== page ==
Eighteen months ago, the government promised to strengthen the Bill of Rights Act, by explicitly affirming the power of the courts to issue declarations of inconsistency and requiring Parliament to formally respond to them. So how's that going? I was curious, so I asked for all advice about the proposal. ...
    No Right TurnBy Idiot/Savant
    1 week ago
  • Corbyn and Brexit
    As the Brexit saga staggers on, the focus is naturally enough on the Prime Minister and his attempts to achieve Brexit “do or die”. But the role played by the Leader of the Opposition is of almost equal interest and complexity. The first problem for Jeremy Corbyn is that he ...
    Bryan GouldBy Bryan Gould
    1 week ago
  • A ditch for him to die in
    Last week, English Prime Minister Boris Johnson boldly declared that he would rather die be dead in a ditch than delay Brexit. Unfortunately for him, the UK parliament accepted the challenge, and promptly dug one for him. The "rebellion bill" requires him to ask for and secure yet another temporary ...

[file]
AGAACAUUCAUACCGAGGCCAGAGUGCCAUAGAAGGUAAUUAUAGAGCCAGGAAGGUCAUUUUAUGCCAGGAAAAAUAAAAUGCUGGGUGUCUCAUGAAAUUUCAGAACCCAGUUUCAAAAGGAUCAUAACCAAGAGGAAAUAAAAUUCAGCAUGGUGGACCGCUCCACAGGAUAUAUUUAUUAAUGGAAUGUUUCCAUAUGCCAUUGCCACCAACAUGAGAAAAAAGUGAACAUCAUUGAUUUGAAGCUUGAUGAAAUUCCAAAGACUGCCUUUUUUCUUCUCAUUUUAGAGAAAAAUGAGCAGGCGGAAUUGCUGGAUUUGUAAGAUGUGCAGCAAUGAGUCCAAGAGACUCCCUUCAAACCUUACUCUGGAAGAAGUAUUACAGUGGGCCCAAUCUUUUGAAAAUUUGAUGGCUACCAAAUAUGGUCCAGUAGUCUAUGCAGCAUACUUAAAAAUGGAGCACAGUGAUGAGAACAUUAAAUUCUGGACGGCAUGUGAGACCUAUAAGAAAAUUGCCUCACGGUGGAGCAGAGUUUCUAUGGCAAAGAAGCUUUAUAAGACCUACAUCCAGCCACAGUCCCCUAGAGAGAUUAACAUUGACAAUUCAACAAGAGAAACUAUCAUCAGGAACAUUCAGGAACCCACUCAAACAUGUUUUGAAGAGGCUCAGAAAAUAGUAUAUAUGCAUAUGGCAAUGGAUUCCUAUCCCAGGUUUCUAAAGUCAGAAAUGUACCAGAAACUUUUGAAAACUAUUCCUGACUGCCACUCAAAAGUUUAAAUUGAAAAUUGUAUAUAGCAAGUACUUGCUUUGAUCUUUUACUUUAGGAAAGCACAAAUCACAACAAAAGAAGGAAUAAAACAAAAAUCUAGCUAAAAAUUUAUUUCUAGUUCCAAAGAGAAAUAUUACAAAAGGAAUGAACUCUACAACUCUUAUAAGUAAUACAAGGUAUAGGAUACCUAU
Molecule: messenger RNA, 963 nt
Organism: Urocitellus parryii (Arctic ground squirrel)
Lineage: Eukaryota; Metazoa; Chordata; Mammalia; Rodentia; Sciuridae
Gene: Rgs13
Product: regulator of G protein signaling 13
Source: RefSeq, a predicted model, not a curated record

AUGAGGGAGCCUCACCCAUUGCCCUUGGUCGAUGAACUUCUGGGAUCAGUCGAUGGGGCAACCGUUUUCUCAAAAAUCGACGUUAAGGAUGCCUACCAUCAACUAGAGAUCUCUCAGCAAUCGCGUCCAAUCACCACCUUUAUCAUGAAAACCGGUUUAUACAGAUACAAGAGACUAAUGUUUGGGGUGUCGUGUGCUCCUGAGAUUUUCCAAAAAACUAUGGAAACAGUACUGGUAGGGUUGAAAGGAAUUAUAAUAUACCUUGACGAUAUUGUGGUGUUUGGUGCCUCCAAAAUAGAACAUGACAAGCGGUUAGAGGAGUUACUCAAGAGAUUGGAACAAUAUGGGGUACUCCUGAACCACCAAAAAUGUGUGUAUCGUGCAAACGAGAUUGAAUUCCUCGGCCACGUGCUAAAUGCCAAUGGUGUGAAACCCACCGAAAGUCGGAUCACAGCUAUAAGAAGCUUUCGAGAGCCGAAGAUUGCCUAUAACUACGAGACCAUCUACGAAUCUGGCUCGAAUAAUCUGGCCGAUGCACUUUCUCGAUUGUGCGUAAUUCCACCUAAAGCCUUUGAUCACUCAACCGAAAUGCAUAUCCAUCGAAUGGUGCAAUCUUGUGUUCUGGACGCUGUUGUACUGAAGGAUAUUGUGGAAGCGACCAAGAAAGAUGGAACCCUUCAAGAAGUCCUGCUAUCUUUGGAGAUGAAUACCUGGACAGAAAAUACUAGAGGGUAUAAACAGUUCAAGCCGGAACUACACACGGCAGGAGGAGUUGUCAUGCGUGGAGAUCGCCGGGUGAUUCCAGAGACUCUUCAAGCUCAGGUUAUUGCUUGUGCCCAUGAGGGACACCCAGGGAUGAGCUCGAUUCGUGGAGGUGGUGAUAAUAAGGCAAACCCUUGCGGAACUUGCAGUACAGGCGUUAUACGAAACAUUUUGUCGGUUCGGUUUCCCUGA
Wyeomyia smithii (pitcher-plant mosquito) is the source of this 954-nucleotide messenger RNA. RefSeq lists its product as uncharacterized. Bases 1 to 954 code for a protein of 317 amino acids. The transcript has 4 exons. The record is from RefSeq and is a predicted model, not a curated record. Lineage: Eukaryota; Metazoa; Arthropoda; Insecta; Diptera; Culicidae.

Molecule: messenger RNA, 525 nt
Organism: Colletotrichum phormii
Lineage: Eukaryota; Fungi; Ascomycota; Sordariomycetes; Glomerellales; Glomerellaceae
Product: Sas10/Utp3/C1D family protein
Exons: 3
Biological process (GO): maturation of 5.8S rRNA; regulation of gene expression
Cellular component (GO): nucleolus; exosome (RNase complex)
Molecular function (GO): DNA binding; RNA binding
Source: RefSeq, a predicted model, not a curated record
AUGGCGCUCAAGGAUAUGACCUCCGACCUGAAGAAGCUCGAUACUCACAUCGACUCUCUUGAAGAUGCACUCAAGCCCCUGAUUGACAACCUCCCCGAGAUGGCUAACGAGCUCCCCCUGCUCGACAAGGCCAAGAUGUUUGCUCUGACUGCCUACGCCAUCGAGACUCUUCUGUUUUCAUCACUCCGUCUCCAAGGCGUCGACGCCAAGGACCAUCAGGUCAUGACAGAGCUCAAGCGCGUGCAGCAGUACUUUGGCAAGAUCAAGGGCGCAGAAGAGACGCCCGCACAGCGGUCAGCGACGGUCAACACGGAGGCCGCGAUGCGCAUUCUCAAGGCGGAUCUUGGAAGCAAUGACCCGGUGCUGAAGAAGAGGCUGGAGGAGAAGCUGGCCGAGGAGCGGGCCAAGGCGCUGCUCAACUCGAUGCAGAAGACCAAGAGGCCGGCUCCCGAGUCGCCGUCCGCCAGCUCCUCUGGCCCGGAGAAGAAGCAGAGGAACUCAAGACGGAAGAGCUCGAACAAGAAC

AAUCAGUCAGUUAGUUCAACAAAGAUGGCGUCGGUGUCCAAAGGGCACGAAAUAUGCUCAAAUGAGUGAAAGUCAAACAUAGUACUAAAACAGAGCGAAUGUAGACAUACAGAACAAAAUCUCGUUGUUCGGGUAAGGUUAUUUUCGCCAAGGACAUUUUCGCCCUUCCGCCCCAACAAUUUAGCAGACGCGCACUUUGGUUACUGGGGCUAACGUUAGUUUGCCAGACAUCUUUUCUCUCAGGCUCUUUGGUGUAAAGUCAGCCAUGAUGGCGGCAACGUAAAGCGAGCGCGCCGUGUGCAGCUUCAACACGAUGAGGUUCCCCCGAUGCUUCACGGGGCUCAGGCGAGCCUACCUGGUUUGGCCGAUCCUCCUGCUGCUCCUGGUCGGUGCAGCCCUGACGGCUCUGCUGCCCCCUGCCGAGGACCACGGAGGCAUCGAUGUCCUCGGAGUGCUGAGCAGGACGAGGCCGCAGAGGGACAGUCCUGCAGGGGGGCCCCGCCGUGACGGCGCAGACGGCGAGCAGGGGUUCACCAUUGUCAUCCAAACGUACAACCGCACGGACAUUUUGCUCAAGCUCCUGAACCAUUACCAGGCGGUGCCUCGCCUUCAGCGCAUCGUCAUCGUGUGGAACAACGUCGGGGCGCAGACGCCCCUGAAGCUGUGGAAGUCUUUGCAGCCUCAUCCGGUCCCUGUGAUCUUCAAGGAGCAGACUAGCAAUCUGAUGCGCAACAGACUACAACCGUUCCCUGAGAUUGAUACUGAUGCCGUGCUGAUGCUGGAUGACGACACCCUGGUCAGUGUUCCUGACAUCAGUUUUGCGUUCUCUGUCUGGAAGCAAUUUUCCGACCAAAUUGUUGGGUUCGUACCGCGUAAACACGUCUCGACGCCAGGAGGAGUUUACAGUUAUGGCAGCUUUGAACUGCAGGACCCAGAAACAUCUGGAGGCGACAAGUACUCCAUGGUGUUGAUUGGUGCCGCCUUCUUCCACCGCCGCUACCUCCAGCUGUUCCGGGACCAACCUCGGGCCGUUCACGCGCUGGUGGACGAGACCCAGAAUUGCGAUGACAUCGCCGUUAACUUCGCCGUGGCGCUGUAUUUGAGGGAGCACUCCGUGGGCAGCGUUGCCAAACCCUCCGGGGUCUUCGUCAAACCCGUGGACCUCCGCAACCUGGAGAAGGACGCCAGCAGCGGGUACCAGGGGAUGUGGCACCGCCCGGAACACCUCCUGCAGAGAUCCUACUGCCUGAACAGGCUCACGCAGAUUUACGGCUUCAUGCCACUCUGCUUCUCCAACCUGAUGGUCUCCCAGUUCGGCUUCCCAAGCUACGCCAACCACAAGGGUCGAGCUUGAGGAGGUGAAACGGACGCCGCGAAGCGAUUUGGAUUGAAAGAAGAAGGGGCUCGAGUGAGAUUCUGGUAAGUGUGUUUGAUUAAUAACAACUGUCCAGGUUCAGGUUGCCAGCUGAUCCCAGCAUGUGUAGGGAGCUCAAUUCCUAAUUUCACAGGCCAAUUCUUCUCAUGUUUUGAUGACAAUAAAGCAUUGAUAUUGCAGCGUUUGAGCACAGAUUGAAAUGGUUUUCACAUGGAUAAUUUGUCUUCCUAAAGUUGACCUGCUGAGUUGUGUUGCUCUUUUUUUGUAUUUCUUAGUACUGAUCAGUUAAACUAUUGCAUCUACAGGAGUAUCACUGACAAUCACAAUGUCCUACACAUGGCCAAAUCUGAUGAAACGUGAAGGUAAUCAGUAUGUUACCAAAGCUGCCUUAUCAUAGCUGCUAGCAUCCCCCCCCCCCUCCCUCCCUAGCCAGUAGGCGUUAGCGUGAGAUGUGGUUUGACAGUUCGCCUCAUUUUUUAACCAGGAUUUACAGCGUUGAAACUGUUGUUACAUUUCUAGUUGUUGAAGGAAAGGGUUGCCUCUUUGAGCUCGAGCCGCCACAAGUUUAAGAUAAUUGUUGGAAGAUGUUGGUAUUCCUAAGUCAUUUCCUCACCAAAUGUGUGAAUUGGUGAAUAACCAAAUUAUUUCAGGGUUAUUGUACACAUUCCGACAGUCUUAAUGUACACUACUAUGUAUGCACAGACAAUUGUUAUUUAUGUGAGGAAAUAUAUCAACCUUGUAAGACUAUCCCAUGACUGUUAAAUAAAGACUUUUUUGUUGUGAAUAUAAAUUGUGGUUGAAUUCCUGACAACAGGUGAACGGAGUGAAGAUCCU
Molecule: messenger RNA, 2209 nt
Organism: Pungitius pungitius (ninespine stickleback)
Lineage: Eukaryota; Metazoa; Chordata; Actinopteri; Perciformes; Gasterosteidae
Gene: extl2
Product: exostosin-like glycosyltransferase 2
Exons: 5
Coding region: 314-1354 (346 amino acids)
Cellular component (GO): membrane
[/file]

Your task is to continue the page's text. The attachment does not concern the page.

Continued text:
No Right TurnBy Idiot/Savant
    1 week ago
  • Warning! Warning! Danger Jacinda Ardern! Danger Marama Davidson! Warning!
    Lost In Political Space: The most important takeaway from this latest Labour sexual assault scandal, which (if I may paraphrase Nixon’s White House counsel’s, John Dean’s, infamous description of Watergate) is “growing like a cancer” on the premiership, is the Labour Party organisation’s extraordinary professional paralysis in the face of ...
    1 week ago
  • Union solidarity with Ihumatao land occupation